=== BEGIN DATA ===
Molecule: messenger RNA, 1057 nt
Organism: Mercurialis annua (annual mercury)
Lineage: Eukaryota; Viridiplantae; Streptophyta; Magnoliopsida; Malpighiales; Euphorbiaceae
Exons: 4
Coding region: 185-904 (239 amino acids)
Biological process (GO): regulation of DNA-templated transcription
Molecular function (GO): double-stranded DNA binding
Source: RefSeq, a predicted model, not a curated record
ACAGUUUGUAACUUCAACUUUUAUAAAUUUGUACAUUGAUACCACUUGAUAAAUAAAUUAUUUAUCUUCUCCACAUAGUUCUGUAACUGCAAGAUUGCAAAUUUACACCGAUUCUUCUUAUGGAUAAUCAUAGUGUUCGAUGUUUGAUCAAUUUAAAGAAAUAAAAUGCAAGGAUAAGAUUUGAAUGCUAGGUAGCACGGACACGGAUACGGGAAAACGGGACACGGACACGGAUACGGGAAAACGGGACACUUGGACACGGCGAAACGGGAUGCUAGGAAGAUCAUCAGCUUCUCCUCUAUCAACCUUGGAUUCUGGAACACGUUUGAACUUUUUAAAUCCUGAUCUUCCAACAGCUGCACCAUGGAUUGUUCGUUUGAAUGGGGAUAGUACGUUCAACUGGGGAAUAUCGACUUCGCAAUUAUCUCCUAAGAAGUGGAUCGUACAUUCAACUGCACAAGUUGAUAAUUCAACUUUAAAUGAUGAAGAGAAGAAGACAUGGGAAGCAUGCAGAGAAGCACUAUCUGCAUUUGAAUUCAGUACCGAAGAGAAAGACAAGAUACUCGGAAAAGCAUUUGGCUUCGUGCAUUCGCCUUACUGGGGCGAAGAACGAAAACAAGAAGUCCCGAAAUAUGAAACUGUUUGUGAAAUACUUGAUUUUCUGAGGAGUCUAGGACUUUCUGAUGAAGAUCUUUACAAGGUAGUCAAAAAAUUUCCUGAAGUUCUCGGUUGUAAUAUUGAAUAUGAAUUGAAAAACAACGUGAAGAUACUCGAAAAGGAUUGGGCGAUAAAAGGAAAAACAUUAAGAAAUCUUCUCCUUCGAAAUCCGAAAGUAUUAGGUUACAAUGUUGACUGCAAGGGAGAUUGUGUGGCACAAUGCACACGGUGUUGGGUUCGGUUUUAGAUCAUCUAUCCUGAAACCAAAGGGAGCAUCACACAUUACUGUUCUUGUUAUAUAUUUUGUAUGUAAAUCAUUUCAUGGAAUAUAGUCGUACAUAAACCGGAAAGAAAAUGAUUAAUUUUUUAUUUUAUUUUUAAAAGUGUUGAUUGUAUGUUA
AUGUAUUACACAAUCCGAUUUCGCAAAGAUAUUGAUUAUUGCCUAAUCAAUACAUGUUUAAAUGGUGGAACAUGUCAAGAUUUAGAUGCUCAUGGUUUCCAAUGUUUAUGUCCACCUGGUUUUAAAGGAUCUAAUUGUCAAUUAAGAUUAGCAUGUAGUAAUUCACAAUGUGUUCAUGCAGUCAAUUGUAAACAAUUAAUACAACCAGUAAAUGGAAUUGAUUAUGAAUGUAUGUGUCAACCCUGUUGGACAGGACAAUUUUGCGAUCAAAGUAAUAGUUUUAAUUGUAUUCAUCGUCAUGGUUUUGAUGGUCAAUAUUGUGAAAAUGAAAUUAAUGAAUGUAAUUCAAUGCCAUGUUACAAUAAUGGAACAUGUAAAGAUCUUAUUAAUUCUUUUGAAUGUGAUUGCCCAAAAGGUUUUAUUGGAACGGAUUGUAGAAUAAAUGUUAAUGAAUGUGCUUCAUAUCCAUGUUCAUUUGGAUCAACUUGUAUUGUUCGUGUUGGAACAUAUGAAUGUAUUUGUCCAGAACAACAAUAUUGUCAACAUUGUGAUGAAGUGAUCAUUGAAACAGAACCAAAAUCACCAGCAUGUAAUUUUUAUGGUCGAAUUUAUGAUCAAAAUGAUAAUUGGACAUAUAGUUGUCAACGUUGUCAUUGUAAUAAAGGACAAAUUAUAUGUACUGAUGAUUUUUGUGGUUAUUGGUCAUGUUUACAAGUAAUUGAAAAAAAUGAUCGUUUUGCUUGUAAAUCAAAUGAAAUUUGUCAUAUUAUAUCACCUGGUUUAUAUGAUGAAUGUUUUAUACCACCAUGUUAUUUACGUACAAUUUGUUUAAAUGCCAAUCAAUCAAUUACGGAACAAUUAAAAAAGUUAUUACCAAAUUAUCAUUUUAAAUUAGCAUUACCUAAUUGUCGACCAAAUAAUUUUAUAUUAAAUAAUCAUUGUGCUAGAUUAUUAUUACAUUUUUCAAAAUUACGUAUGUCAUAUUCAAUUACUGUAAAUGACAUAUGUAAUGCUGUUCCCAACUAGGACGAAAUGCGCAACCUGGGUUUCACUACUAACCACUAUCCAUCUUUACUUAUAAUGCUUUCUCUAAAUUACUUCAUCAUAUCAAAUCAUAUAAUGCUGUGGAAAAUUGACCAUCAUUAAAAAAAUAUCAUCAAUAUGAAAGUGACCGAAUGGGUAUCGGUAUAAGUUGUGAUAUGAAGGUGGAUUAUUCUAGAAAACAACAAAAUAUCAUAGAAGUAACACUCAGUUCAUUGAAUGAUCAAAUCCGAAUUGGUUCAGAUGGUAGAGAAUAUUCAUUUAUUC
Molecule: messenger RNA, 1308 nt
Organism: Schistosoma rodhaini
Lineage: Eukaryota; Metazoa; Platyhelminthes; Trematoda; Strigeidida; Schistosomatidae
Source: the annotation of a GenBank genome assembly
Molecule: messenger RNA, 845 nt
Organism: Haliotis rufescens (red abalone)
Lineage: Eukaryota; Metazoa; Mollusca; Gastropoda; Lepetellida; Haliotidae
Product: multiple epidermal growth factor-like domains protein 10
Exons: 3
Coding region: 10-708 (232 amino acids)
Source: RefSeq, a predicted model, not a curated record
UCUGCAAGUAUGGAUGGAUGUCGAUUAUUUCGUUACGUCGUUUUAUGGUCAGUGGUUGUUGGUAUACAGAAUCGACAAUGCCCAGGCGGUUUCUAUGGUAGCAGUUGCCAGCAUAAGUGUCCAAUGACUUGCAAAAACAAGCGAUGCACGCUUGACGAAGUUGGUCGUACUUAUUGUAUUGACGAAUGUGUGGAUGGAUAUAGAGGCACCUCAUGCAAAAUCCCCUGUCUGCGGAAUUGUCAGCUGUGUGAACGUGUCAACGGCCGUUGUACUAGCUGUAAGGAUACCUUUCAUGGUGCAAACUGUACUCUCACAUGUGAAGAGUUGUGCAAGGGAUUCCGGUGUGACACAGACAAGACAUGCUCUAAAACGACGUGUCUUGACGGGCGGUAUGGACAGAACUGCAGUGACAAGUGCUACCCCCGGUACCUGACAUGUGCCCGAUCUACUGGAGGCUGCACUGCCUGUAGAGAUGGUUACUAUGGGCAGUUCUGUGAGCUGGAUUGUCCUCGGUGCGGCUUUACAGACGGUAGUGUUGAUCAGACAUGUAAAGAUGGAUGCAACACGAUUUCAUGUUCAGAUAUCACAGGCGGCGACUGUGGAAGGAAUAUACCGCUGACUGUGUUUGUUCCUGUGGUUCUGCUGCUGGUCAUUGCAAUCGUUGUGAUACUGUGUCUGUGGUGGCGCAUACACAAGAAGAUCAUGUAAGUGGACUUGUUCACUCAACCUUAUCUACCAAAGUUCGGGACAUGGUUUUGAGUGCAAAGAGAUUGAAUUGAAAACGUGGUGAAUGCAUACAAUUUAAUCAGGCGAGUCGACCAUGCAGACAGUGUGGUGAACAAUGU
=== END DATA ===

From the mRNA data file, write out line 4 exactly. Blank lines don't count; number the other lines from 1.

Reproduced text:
Exons: 4